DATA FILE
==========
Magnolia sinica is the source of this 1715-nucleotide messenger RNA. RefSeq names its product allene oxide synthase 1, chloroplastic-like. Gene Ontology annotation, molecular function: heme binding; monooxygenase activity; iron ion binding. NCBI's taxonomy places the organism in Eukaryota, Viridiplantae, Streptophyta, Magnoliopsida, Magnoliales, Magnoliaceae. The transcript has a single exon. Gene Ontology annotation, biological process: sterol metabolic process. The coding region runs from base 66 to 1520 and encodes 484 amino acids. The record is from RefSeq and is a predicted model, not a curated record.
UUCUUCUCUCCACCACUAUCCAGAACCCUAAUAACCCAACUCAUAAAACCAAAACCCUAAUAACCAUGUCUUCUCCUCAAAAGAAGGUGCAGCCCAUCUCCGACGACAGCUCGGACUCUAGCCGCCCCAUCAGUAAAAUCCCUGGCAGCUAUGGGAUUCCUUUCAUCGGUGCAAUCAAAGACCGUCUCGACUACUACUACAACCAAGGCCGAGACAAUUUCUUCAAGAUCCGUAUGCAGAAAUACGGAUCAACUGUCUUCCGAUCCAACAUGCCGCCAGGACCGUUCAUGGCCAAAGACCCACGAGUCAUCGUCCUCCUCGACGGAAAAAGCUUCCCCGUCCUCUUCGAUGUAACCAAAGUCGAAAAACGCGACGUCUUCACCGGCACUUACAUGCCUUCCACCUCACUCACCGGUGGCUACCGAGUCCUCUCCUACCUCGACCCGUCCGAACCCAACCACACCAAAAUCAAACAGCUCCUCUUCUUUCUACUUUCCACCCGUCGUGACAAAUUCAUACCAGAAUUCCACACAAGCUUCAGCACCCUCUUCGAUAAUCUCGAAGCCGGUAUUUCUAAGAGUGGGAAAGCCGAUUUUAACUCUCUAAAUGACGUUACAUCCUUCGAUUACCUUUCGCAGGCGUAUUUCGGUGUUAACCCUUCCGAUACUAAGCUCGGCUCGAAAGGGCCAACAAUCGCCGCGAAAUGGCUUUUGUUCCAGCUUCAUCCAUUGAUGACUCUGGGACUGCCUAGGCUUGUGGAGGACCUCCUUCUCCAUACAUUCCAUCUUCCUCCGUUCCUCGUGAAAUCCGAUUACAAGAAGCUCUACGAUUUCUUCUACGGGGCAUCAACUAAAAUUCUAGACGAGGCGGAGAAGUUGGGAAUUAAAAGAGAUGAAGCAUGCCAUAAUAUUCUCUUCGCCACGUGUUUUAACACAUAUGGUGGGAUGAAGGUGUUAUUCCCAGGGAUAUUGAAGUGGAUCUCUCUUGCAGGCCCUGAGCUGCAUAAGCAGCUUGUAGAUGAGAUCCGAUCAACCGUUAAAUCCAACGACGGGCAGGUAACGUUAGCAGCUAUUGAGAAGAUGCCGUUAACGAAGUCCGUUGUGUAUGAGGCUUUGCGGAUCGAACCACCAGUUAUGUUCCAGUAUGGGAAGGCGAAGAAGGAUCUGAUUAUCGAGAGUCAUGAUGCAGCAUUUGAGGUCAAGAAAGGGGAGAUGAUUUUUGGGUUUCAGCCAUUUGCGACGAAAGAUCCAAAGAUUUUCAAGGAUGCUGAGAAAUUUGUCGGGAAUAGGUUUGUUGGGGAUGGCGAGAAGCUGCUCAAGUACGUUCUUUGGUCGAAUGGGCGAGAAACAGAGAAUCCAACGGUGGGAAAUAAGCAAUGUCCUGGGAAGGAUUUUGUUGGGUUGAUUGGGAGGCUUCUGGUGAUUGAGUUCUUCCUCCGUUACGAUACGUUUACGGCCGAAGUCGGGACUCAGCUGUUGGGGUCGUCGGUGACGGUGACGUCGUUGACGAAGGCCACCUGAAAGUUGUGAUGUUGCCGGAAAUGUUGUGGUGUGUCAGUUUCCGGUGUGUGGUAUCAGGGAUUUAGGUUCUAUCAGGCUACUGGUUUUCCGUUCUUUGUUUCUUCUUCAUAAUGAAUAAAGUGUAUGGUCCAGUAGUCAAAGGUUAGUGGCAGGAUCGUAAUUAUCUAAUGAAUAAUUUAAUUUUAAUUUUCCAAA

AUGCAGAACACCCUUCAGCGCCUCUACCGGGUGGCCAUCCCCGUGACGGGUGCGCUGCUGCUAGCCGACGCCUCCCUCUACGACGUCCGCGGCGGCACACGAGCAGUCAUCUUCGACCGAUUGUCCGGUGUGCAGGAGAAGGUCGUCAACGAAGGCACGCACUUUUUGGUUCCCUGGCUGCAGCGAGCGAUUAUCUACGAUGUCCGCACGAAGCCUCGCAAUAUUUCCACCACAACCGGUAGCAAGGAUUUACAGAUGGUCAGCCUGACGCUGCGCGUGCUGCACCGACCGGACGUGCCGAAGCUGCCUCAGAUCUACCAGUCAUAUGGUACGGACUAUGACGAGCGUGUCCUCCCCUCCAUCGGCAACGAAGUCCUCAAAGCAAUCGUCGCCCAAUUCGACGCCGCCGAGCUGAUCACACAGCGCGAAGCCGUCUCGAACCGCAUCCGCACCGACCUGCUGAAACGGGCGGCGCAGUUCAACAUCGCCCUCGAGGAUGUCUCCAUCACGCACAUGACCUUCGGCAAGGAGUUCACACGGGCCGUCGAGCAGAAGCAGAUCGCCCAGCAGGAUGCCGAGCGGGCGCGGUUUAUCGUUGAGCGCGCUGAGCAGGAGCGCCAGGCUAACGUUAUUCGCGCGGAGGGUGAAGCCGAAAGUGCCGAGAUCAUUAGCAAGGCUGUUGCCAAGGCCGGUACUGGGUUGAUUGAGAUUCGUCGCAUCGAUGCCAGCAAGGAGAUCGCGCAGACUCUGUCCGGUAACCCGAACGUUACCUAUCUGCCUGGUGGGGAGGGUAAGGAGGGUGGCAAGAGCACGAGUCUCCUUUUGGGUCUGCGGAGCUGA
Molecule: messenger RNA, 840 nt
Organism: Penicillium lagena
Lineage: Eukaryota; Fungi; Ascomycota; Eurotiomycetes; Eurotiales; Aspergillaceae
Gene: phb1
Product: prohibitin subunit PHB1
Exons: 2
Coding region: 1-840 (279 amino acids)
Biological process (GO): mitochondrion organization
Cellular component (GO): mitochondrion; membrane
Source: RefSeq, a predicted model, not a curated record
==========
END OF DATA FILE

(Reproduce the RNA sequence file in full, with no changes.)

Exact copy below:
Magnolia sinica is the source of this 1715-nucleotide messenger RNA. RefSeq names its product allene oxide synthase 1, chloroplastic-like. Gene Ontology annotation, molecular function: heme binding; monooxygenase activity; iron ion binding. NCBI's taxonomy places the organism in Eukaryota, Viridiplantae, Streptophyta, Magnoliopsida, Magnoliales, Magnoliaceae. The transcript has a single exon. Gene Ontology annotation, biological process: sterol metabolic process. The coding region runs from base 66 to 1520 and encodes 484 amino acids. The record is from RefSeq and is a predicted model, not a curated record.
UUCUUCUCUCCACCACUAUCCAGAACCCUAAUAACCCAACUCAUAAAACCAAAACCCUAAUAACCAUGUCUUCUCCUCAAAAGAAGGUGCAGCCCAUCUCCGACGACAGCUCGGACUCUAGCCGCCCCAUCAGUAAAAUCCCUGGCAGCUAUGGGAUUCCUUUCAUCGGUGCAAUCAAAGACCGUCUCGACUACUACUACAACCAAGGCCGAGACAAUUUCUUCAAGAUCCGUAUGCAGAAAUACGGAUCAACUGUCUUCCGAUCCAACAUGCCGCCAGGACCGUUCAUGGCCAAAGACCCACGAGUCAUCGUCCUCCUCGACGGAAAAAGCUUCCCCGUCCUCUUCGAUGUAACCAAAGUCGAAAAACGCGACGUCUUCACCGGCACUUACAUGCCUUCCACCUCACUCACCGGUGGCUACCGAGUCCUCUCCUACCUCGACCCGUCCGAACCCAACCACACCAAAAUCAAACAGCUCCUCUUCUUUCUACUUUCCACCCGUCGUGACAAAUUCAUACCAGAAUUCCACACAAGCUUCAGCACCCUCUUCGAUAAUCUCGAAGCCGGUAUUUCUAAGAGUGGGAAAGCCGAUUUUAACUCUCUAAAUGACGUUACAUCCUUCGAUUACCUUUCGCAGGCGUAUUUCGGUGUUAACCCUUCCGAUACUAAGCUCGGCUCGAAAGGGCCAACAAUCGCCGCGAAAUGGCUUUUGUUCCAGCUUCAUCCAUUGAUGACUCUGGGACUGCCUAGGCUUGUGGAGGACCUCCUUCUCCAUACAUUCCAUCUUCCUCCGUUCCUCGUGAAAUCCGAUUACAAGAAGCUCUACGAUUUCUUCUACGGGGCAUCAACUAAAAUUCUAGACGAGGCGGAGAAGUUGGGAAUUAAAAGAGAUGAAGCAUGCCAUAAUAUUCUCUUCGCCACGUGUUUUAACACAUAUGGUGGGAUGAAGGUGUUAUUCCCAGGGAUAUUGAAGUGGAUCUCUCUUGCAGGCCCUGAGCUGCAUAAGCAGCUUGUAGAUGAGAUCCGAUCAACCGUUAAAUCCAACGACGGGCAGGUAACGUUAGCAGCUAUUGAGAAGAUGCCGUUAACGAAGUCCGUUGUGUAUGAGGCUUUGCGGAUCGAACCACCAGUUAUGUUCCAGUAUGGGAAGGCGAAGAAGGAUCUGAUUAUCGAGAGUCAUGAUGCAGCAUUUGAGGUCAAGAAAGGGGAGAUGAUUUUUGGGUUUCAGCCAUUUGCGACGAAAGAUCCAAAGAUUUUCAAGGAUGCUGAGAAAUUUGUCGGGAAUAGGUUUGUUGGGGAUGGCGAGAAGCUGCUCAAGUACGUUCUUUGGUCGAAUGGGCGAGAAACAGAGAAUCCAACGGUGGGAAAUAAGCAAUGUCCUGGGAAGGAUUUUGUUGGGUUGAUUGGGAGGCUUCUGGUGAUUGAGUUCUUCCUCCGUUACGAUACGUUUACGGCCGAAGUCGGGACUCAGCUGUUGGGGUCGUCGGUGACGGUGACGUCGUUGACGAAGGCCACCUGAAAGUUGUGAUGUUGCCGGAAAUGUUGUGGUGUGUCAGUUUCCGGUGUGUGGUAUCAGGGAUUUAGGUUCUAUCAGGCUACUGGUUUUCCGUUCUUUGUUUCUUCUUCAUAAUGAAUAAAGUGUAUGGUCCAGUAGUCAAAGGUUAGUGGCAGGAUCGUAAUUAUCUAAUGAAUAAUUUAAUUUUAAUUUUCCAAA

AUGCAGAACACCCUUCAGCGCCUCUACCGGGUGGCCAUCCCCGUGACGGGUGCGCUGCUGCUAGCCGACGCCUCCCUCUACGACGUCCGCGGCGGCACACGAGCAGUCAUCUUCGACCGAUUGUCCGGUGUGCAGGAGAAGGUCGUCAACGAAGGCACGCACUUUUUGGUUCCCUGGCUGCAGCGAGCGAUUAUCUACGAUGUCCGCACGAAGCCUCGCAAUAUUUCCACCACAACCGGUAGCAAGGAUUUACAGAUGGUCAGCCUGACGCUGCGCGUGCUGCACCGACCGGACGUGCCGAAGCUGCCUCAGAUCUACCAGUCAUAUGGUACGGACUAUGACGAGCGUGUCCUCCCCUCCAUCGGCAACGAAGUCCUCAAAGCAAUCGUCGCCCAAUUCGACGCCGCCGAGCUGAUCACACAGCGCGAAGCCGUCUCGAACCGCAUCCGCACCGACCUGCUGAAACGGGCGGCGCAGUUCAACAUCGCCCUCGAGGAUGUCUCCAUCACGCACAUGACCUUCGGCAAGGAGUUCACACGGGCCGUCGAGCAGAAGCAGAUCGCCCAGCAGGAUGCCGAGCGGGCGCGGUUUAUCGUUGAGCGCGCUGAGCAGGAGCGCCAGGCUAACGUUAUUCGCGCGGAGGGUGAAGCCGAAAGUGCCGAGAUCAUUAGCAAGGCUGUUGCCAAGGCCGGUACUGGGUUGAUUGAGAUUCGUCGCAUCGAUGCCAGCAAGGAGAUCGCGCAGACUCUGUCCGGUAACCCGAACGUUACCUAUCUGCCUGGUGGGGAGGGUAAGGAGGGUGGCAAGAGCACGAGUCUCCUUUUGGGUCUGCGGAGCUGA
Molecule: messenger RNA, 840 nt
Organism: Penicillium lagena
Lineage: Eukaryota; Fungi; Ascomycota; Eurotiomycetes; Eurotiales; Aspergillaceae
Gene: phb1
Product: prohibitin subunit PHB1
Exons: 2
Coding region: 1-840 (279 amino acids)
Biological process (GO): mitochondrion organization
Cellular component (GO): mitochondrion; membrane
Source: RefSeq, a predicted model, not a curated record